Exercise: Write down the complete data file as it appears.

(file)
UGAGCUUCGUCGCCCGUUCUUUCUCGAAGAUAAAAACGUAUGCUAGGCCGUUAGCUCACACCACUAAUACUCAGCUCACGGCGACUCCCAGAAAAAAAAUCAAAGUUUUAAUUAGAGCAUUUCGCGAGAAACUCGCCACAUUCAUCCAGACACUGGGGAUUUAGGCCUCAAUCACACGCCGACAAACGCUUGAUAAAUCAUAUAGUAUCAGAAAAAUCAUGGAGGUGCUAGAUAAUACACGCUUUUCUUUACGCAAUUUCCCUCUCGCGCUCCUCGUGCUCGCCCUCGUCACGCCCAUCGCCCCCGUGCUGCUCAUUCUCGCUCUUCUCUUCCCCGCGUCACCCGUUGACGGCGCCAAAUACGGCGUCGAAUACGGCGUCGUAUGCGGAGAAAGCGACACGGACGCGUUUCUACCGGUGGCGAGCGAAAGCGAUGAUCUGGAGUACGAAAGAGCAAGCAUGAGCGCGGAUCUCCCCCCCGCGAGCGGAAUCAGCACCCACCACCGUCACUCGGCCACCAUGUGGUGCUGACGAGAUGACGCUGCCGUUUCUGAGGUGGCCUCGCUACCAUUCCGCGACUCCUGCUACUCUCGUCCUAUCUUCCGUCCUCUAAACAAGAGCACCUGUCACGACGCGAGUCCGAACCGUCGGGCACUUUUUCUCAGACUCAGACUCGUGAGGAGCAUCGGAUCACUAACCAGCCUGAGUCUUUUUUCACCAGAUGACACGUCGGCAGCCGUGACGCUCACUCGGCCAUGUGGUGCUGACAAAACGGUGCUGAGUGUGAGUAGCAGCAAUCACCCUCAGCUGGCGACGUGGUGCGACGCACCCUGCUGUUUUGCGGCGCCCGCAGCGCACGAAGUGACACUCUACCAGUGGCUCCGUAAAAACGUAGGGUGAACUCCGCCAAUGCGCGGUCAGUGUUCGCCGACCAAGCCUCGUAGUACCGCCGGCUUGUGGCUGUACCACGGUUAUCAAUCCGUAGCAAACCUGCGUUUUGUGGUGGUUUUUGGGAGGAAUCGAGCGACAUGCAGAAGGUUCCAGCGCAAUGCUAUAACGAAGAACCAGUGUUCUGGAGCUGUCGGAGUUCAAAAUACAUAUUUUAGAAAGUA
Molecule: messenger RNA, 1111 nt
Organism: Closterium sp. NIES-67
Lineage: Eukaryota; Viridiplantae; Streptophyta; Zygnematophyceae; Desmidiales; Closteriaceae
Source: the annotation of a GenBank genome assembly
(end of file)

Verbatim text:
UGAGCUUCGUCGCCCGUUCUUUCUCGAAGAUAAAAACGUAUGCUAGGCCGUUAGCUCACACCACUAAUACUCAGCUCACGGCGACUCCCAGAAAAAAAAUCAAAGUUUUAAUUAGAGCAUUUCGCGAGAAACUCGCCACAUUCAUCCAGACACUGGGGAUUUAGGCCUCAAUCACACGCCGACAAACGCUUGAUAAAUCAUAUAGUAUCAGAAAAAUCAUGGAGGUGCUAGAUAAUACACGCUUUUCUUUACGCAAUUUCCCUCUCGCGCUCCUCGUGCUCGCCCUCGUCACGCCCAUCGCCCCCGUGCUGCUCAUUCUCGCUCUUCUCUUCCCCGCGUCACCCGUUGACGGCGCCAAAUACGGCGUCGAAUACGGCGUCGUAUGCGGAGAAAGCGACACGGACGCGUUUCUACCGGUGGCGAGCGAAAGCGAUGAUCUGGAGUACGAAAGAGCAAGCAUGAGCGCGGAUCUCCCCCCCGCGAGCGGAAUCAGCACCCACCACCGUCACUCGGCCACCAUGUGGUGCUGACGAGAUGACGCUGCCGUUUCUGAGGUGGCCUCGCUACCAUUCCGCGACUCCUGCUACUCUCGUCCUAUCUUCCGUCCUCUAAACAAGAGCACCUGUCACGACGCGAGUCCGAACCGUCGGGCACUUUUUCUCAGACUCAGACUCGUGAGGAGCAUCGGAUCACUAACCAGCCUGAGUCUUUUUUCACCAGAUGACACGUCGGCAGCCGUGACGCUCACUCGGCCAUGUGGUGCUGACAAAACGGUGCUGAGUGUGAGUAGCAGCAAUCACCCUCAGCUGGCGACGUGGUGCGACGCACCCUGCUGUUUUGCGGCGCCCGCAGCGCACGAAGUGACACUCUACCAGUGGCUCCGUAAAAACGUAGGGUGAACUCCGCCAAUGCGCGGUCAGUGUUCGCCGACCAAGCCUCGUAGUACCGCCGGCUUGUGGCUGUACCACGGUUAUCAAUCCGUAGCAAACCUGCGUUUUGUGGUGGUUUUUGGGAGGAAUCGAGCGACAUGCAGAAGGUUCCAGCGCAAUGCUAUAACGAAGAACCAGUGUUCUGGAGCUGUCGGAGUUCAAAAUACAUAUUUUAGAAAGUA
Molecule: messenger RNA, 1111 nt
Organism: Closterium sp. NIES-67
Lineage: Eukaryota; Viridiplantae; Streptophyta; Zygnematophyceae; Desmidiales; Closteriaceae
Source: the annotation of a GenBank genome assembly